Do sleds pull their weight - or just drag you down?

Do sleds pull their weight - or just drag you down?Written by Sean Maloney

Sleds are big and we're not just talking dimensions! Everyone from elite rugby players to contestants on TV's The Biggest Loser can be seen pushing and pulling them, but how well do they work?

We were curious about what makes sleds a favoured choice for so many so in true Family Fortunes style, we asked 100 people why they would use sleds in their training. The two most popular responses are examined on the next page.

So are sleds for you?

We need to keep in mind that sled training is by no means the only way to train acceleration. While its little nuances make it a valuable supplement to a typical strength and conditioning programme, it is just that: a supplement.

Sled training appears to be an effective way of improving acceleration, a key performance determinant in the majority of sports. In addition, it offers certain advantages over other modalities when it comes to conditioning work. However, sleds are costly and are by no means an essential purchase. Any opportunity to try this approach before investing should definitely be taken up but deciding whether sleds are worthwhile training additions is entirely up to you, and your budget!

Why would you use sleds in training?
(majority survey response)

The most common answer was: 'Improvement in speed and acceleration'.

How sleds contribute:

i) If speed is your main aim, the sled is unlikely to help you achieve it.

In the July issue of Performance, we featured a metaanalysis by Con Hyrsomallis from the University of Victoria, Australia that sought to evaluate the effectiveness of sled training [1]. It was determined that such training can improve sprint performance, although no more than regular sprint training.

ii) For those seeking training acceleration, sled training may well be beneficial.

The Hyrsomallis paper did, however, highlight the potential for sled training to improve acceleration, and West et al. recently tested this concept in professional rugby players [2]. The researchers set up two training groups: a sled sprint group and a normal sprint group. Both performed three sets of 3 x 20m sprints, but the sled training group performed their first set towing along a sled loaded with 13% of their bodyweight. Whilst both groups improved their 10m and 30m times over the 6-week training period, the sled training group showed greater improvements above 10m (2.4% in comparison to 1.1%).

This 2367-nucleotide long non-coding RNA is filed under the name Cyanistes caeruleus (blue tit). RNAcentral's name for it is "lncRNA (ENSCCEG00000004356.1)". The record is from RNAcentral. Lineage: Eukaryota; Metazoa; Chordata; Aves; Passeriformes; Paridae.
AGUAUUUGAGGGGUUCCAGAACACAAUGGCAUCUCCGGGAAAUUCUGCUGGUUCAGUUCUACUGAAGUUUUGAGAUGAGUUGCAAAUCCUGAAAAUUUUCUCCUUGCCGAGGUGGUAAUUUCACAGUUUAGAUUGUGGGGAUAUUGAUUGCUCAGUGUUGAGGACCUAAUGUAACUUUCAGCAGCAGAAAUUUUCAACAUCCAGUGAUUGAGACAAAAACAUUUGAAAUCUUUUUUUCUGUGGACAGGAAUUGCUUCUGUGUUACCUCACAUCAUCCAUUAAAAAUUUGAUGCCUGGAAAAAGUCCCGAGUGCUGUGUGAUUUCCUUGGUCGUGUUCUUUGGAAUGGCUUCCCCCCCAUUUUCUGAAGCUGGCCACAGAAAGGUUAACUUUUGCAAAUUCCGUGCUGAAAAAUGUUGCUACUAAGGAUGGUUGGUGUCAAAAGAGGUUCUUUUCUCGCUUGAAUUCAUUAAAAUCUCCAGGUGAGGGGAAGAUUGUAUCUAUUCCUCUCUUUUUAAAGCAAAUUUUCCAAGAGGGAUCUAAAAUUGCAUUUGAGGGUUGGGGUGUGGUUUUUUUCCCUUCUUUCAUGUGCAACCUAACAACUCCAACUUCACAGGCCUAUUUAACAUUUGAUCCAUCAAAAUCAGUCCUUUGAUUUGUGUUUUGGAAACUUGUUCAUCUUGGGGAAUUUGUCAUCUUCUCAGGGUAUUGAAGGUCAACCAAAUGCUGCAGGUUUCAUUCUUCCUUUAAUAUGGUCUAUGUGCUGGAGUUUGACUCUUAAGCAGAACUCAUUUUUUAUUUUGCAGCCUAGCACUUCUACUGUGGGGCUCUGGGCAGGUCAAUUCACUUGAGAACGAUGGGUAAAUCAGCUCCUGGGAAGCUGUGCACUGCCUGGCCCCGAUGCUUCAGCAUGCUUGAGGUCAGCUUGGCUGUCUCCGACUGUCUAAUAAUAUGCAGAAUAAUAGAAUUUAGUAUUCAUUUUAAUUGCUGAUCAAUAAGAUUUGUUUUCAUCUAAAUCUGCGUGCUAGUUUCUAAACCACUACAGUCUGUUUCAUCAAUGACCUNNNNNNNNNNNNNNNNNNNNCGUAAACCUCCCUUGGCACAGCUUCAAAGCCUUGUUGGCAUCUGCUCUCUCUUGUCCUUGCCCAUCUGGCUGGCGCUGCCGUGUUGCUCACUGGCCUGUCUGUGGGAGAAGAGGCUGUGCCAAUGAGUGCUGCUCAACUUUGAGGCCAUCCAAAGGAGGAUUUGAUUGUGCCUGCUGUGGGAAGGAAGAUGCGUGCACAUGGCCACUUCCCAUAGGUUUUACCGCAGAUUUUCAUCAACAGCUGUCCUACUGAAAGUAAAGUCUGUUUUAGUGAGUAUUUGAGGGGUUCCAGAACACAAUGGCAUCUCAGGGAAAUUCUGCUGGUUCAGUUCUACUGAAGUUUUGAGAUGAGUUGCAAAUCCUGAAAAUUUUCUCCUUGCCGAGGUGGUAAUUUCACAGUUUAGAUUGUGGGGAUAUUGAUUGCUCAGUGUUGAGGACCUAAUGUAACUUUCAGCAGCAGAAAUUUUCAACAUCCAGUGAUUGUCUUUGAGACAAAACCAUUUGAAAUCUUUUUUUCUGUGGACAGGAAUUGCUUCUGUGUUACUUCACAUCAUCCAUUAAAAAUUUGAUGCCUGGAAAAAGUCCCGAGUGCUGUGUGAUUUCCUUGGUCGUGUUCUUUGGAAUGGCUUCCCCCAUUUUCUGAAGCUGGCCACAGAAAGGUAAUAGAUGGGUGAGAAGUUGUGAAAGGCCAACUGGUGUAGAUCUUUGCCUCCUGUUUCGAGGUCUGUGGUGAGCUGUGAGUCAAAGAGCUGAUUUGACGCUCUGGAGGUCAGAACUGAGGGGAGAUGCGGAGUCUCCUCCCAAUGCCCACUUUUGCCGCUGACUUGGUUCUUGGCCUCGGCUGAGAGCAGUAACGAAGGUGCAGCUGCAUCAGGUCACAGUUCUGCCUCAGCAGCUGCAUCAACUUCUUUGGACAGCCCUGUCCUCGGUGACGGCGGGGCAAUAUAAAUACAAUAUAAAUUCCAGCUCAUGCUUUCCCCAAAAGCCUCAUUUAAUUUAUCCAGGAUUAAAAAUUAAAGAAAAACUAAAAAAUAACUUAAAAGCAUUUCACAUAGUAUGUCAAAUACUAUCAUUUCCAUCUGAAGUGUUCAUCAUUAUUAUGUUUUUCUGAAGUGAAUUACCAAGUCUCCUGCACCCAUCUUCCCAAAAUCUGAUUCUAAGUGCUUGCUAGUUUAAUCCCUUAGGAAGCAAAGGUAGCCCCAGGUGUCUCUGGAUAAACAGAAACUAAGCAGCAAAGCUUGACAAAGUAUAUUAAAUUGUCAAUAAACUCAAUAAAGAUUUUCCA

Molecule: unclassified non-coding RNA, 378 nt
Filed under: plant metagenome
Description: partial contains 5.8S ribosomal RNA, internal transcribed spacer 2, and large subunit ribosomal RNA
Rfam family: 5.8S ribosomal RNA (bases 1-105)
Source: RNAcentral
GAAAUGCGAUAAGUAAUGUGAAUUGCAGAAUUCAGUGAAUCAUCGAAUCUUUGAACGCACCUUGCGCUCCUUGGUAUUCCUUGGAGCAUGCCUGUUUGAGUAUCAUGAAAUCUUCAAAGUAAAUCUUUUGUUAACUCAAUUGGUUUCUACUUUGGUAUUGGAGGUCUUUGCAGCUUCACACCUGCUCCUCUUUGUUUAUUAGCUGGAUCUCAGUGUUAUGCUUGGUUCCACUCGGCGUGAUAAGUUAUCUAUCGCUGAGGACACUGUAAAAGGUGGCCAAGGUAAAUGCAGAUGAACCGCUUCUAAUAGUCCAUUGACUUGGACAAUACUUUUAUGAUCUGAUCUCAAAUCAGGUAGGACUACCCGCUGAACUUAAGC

The primary goal of resisted sprinting is to increase the amount of force an athlete can produce in each stride. Whilst available research demonstrates that sleds are an effective way to do this, the exact mechanisms are unclear. However, benefits over other forms of training are definitively associated with certain aspects of sled training, in that it:

  • Teaches an 'acceleration' body position (Figure 1);
  • Trains horizontal force production;
  • Trains hip hyperextension.

Figure 1. An acceleration body position: note that the athlete is at a 45° angle to the floor and that the hip extends behind the body (hip hyperextension).

Why would you use sleds in training?
(secondary survey response)

A close second in our poll was 'Improvement in conditioning'.

Sleds contribute in two main ways:

i) Minimise eccentric contraction to avoid compromising recovery.

Eccentric muscle action generates high levels of tension within the muscle and has the potential to induce significant fatigue and muscle damage. Whilst this plays an important role in overall training gains, you can have too much of a good thing. Sled training can be used to train concentric muscle actions whilst minimising the eccentric so called 'eccentric-less training'. If used sensibly, this allows you to reap the benefits of training more often without compromising recovery [3].

Example: during a sled drag, the hip, knee and ankle extend to move the sled forward concentric muscle action. As soon as the extension phase is completed, the leg is then unloaded minimal eccentric muscle action.

ii) Including the fun factor helps us persevere.

Anything that can make this type of training more enjoyable is a good thing! We do not usually see the words 'fun' and 'conditioning' together, but enjoyment is a crucial and often overlooked factor in training. It is much easier to stick to your training and give your all during sessions if that fun factor is there. Sleds are a novel tool, something slightly out of the ordinary. They lend themselves well to use in group training and encourage an enthusiastic atmosphere around them. Embrace enjoyment and see the results!


Broadly speaking, we can split the process down into metabolic conditioning (training specific energy systems) or muscle conditioning (training specific muscle groups) and sleds may well fit the bill for both. Once more, sled training is not the only option to improve conditioning, but it can certainly make a valuable contribution.


1. Hrysomallis C. The effectiveness of resisted movement training on sprinting and jumping performance. J Strength Cond Res, 2012, 26, 299-306.

2. West DJ, Cunningham DJ, Bracken RM et al. Effects of resisted sprint training on acceleration in professional rugby union players. J Strength Cond Res, 11 June 2012 [epub ahead of print, doi: 10.1519/JSC.0b013e3182606cff] (accessed September 2012).

3. Jenkins ND, Palmer T. Implement training for concentric-based muscle actions. Strength Cond J, 2012, 34, 17.


Sean Maloney is a strength and conditioning coach, lecturer and writer. He works with both the London Sport Institute and Middlesex University, UK, and runs strength and conditioning company, Maloney Performance.

Please contact Sean with your comments and queries:
Twitter: @MaloneyPerform
Facebook: 'Maloney Performance'

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